This award is given to an individual, inside or outside of a community organization, whose life and work has benefited all of Cincinnati, through creating inclusiveness, increasing the viability of community activities and organizations, and supporting neighborhoods and neighborhood leaders.
It might seem like Chris Bigham was with the City as long as David – maybe not quite, but he has had a long career with the City which was marked by leadership, accomplishment and hard work. Most people in the neighborhoods came to know Chris in his role as the Department Director of the Cincinnati Recreation Commission, where he brought a renewed focus and energy to the vital role of the Rec Centers in our neighborhoods, creating a long lasting strategic plan and partnerships and collaborations that expanded programming and made a real impact. His passion and enthusiasm for the Recreation Commission was clear – but who knew he was such a wonk? He left Rec in 2014 to become first the Budget Director and then Assistant City Manager acting as the City’s Chief Financial Officer. His work as Budget Director will be remembered by many of us as the first time that the community was engaged in understanding the budget process through education and programs for the neighborhoods to participate in. Finally, Chris must be commended for the extremely hard work of navigating the City through the COVID crisis – not only the budget crisis, but working with OPDA and various departments for tracking PPE, employees in quarantine, and presenting bi-weekly presentations to Councilmembers on the status of the pandemic.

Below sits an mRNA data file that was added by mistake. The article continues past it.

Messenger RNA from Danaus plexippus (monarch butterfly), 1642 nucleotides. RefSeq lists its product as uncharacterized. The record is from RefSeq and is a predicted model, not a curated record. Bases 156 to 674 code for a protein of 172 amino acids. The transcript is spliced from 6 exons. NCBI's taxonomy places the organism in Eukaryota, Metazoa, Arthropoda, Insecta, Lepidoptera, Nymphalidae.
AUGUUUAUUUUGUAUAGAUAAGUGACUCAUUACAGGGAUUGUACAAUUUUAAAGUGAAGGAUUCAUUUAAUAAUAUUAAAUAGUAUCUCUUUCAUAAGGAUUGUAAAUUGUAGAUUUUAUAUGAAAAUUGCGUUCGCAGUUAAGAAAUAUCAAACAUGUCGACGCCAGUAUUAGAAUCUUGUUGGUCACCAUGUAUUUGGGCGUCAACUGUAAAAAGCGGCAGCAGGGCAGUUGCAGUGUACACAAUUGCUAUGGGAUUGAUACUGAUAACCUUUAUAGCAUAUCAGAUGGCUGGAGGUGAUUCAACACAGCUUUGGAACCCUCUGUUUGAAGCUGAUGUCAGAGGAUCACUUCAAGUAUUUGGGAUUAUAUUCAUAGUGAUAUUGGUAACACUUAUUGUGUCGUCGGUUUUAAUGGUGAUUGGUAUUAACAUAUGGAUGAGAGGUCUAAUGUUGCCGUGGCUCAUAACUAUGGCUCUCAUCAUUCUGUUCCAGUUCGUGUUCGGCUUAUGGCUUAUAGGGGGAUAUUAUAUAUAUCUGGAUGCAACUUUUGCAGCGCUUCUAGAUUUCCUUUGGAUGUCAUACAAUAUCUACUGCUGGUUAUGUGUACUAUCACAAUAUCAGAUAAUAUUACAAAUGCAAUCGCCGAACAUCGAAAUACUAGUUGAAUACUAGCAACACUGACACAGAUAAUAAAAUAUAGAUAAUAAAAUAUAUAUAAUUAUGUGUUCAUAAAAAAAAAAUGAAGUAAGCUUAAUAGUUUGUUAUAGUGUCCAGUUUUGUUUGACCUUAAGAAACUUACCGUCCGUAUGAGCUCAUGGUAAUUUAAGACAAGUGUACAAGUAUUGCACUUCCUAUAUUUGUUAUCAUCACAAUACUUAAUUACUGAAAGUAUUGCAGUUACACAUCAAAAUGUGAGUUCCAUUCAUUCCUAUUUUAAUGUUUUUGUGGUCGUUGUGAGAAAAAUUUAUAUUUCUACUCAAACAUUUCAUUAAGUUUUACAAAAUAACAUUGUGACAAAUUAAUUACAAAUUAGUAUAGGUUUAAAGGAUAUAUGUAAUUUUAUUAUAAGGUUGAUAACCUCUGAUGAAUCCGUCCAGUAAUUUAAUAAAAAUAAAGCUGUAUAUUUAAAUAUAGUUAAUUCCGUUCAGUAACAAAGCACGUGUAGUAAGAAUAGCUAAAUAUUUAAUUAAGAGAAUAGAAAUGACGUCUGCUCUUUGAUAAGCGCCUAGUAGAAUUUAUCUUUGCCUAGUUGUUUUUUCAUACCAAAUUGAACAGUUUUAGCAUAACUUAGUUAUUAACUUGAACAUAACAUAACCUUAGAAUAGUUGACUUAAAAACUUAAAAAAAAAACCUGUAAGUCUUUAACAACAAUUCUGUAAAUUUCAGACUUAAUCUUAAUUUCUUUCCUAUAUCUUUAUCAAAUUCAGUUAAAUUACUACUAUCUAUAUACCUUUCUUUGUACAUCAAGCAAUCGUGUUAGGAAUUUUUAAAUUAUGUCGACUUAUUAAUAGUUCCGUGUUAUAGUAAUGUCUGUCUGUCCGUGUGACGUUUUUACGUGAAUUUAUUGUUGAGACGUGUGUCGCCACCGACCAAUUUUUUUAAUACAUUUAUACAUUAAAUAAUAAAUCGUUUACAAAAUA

Although we will miss him at the City, we wish him the best for his new venture as Special Advisor with Management Partners where he will take his wisdom, his cheer, and his unflappable personality to other cities across the country
3. Community Catalyst of the Year
An individual in a community organization whose energy and ideas led to a project or program that gets community members involved and excited, that produces good outcomes and results in increased neighborhood engagement